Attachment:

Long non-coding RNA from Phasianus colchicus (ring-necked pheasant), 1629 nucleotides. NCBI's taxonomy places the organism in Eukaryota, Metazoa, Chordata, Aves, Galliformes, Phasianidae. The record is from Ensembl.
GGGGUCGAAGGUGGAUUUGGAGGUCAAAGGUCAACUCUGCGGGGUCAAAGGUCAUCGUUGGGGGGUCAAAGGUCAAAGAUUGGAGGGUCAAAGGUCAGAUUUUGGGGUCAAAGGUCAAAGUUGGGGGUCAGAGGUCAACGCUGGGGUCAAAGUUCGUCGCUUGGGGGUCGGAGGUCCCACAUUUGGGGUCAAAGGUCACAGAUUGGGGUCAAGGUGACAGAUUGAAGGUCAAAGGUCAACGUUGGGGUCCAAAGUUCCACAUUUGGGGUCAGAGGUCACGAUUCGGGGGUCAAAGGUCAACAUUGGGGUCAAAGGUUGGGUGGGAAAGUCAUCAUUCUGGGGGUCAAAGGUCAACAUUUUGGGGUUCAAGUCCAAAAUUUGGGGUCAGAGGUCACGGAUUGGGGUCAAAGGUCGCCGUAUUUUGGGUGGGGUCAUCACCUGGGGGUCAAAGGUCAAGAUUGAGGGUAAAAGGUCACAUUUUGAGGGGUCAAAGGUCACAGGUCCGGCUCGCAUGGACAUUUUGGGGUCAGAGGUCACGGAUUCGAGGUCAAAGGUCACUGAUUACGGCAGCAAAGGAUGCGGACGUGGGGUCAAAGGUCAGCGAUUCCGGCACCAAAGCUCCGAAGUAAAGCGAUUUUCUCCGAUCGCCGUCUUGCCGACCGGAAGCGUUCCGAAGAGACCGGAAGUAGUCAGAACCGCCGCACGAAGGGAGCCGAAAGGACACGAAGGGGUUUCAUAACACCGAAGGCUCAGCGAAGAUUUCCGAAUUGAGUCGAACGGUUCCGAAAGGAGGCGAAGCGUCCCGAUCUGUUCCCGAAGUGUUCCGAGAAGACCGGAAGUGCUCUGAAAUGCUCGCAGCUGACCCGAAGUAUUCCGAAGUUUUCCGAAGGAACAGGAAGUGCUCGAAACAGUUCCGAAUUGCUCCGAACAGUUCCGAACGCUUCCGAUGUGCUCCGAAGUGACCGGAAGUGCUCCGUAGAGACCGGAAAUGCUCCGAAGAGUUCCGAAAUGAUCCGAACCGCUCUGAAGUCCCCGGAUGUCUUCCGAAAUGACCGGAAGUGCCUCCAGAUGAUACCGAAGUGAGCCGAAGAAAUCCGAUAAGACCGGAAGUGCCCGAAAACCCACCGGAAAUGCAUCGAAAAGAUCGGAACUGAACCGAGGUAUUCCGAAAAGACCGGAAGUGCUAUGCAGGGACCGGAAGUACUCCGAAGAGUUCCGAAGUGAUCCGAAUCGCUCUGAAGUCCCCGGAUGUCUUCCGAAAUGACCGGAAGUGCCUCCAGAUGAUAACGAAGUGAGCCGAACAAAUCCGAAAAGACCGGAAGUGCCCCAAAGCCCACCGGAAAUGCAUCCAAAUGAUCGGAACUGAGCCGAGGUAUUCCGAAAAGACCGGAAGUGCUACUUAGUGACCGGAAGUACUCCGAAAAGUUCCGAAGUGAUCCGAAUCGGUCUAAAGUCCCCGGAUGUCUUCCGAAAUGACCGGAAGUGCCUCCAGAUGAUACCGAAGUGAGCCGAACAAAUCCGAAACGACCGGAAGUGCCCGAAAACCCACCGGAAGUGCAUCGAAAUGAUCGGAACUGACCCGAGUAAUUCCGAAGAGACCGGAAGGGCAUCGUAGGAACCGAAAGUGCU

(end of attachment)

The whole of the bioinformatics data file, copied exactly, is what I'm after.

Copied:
Long non-coding RNA from Phasianus colchicus (ring-necked pheasant), 1629 nucleotides. NCBI's taxonomy places the organism in Eukaryota, Metazoa, Chordata, Aves, Galliformes, Phasianidae. The record is from Ensembl.
GGGGUCGAAGGUGGAUUUGGAGGUCAAAGGUCAACUCUGCGGGGUCAAAGGUCAUCGUUGGGGGGUCAAAGGUCAAAGAUUGGAGGGUCAAAGGUCAGAUUUUGGGGUCAAAGGUCAAAGUUGGGGGUCAGAGGUCAACGCUGGGGUCAAAGUUCGUCGCUUGGGGGUCGGAGGUCCCACAUUUGGGGUCAAAGGUCACAGAUUGGGGUCAAGGUGACAGAUUGAAGGUCAAAGGUCAACGUUGGGGUCCAAAGUUCCACAUUUGGGGUCAGAGGUCACGAUUCGGGGGUCAAAGGUCAACAUUGGGGUCAAAGGUUGGGUGGGAAAGUCAUCAUUCUGGGGGUCAAAGGUCAACAUUUUGGGGUUCAAGUCCAAAAUUUGGGGUCAGAGGUCACGGAUUGGGGUCAAAGGUCGCCGUAUUUUGGGUGGGGUCAUCACCUGGGGGUCAAAGGUCAAGAUUGAGGGUAAAAGGUCACAUUUUGAGGGGUCAAAGGUCACAGGUCCGGCUCGCAUGGACAUUUUGGGGUCAGAGGUCACGGAUUCGAGGUCAAAGGUCACUGAUUACGGCAGCAAAGGAUGCGGACGUGGGGUCAAAGGUCAGCGAUUCCGGCACCAAAGCUCCGAAGUAAAGCGAUUUUCUCCGAUCGCCGUCUUGCCGACCGGAAGCGUUCCGAAGAGACCGGAAGUAGUCAGAACCGCCGCACGAAGGGAGCCGAAAGGACACGAAGGGGUUUCAUAACACCGAAGGCUCAGCGAAGAUUUCCGAAUUGAGUCGAACGGUUCCGAAAGGAGGCGAAGCGUCCCGAUCUGUUCCCGAAGUGUUCCGAGAAGACCGGAAGUGCUCUGAAAUGCUCGCAGCUGACCCGAAGUAUUCCGAAGUUUUCCGAAGGAACAGGAAGUGCUCGAAACAGUUCCGAAUUGCUCCGAACAGUUCCGAACGCUUCCGAUGUGCUCCGAAGUGACCGGAAGUGCUCCGUAGAGACCGGAAAUGCUCCGAAGAGUUCCGAAAUGAUCCGAACCGCUCUGAAGUCCCCGGAUGUCUUCCGAAAUGACCGGAAGUGCCUCCAGAUGAUACCGAAGUGAGCCGAAGAAAUCCGAUAAGACCGGAAGUGCCCGAAAACCCACCGGAAAUGCAUCGAAAAGAUCGGAACUGAACCGAGGUAUUCCGAAAAGACCGGAAGUGCUAUGCAGGGACCGGAAGUACUCCGAAGAGUUCCGAAGUGAUCCGAAUCGCUCUGAAGUCCCCGGAUGUCUUCCGAAAUGACCGGAAGUGCCUCCAGAUGAUAACGAAGUGAGCCGAACAAAUCCGAAAAGACCGGAAGUGCCCCAAAGCCCACCGGAAAUGCAUCCAAAUGAUCGGAACUGAGCCGAGGUAUUCCGAAAAGACCGGAAGUGCUACUUAGUGACCGGAAGUACUCCGAAAAGUUCCGAAGUGAUCCGAAUCGGUCUAAAGUCCCCGGAUGUCUUCCGAAAUGACCGGAAGUGCCUCCAGAUGAUACCGAAGUGAGCCGAACAAAUCCGAAACGACCGGAAGUGCCCGAAAACCCACCGGAAGUGCAUCGAAAUGAUCGGAACUGACCCGAGUAAUUCCGAAGAGACCGGAAGGGCAUCGUAGGAACCGAAAGUGCU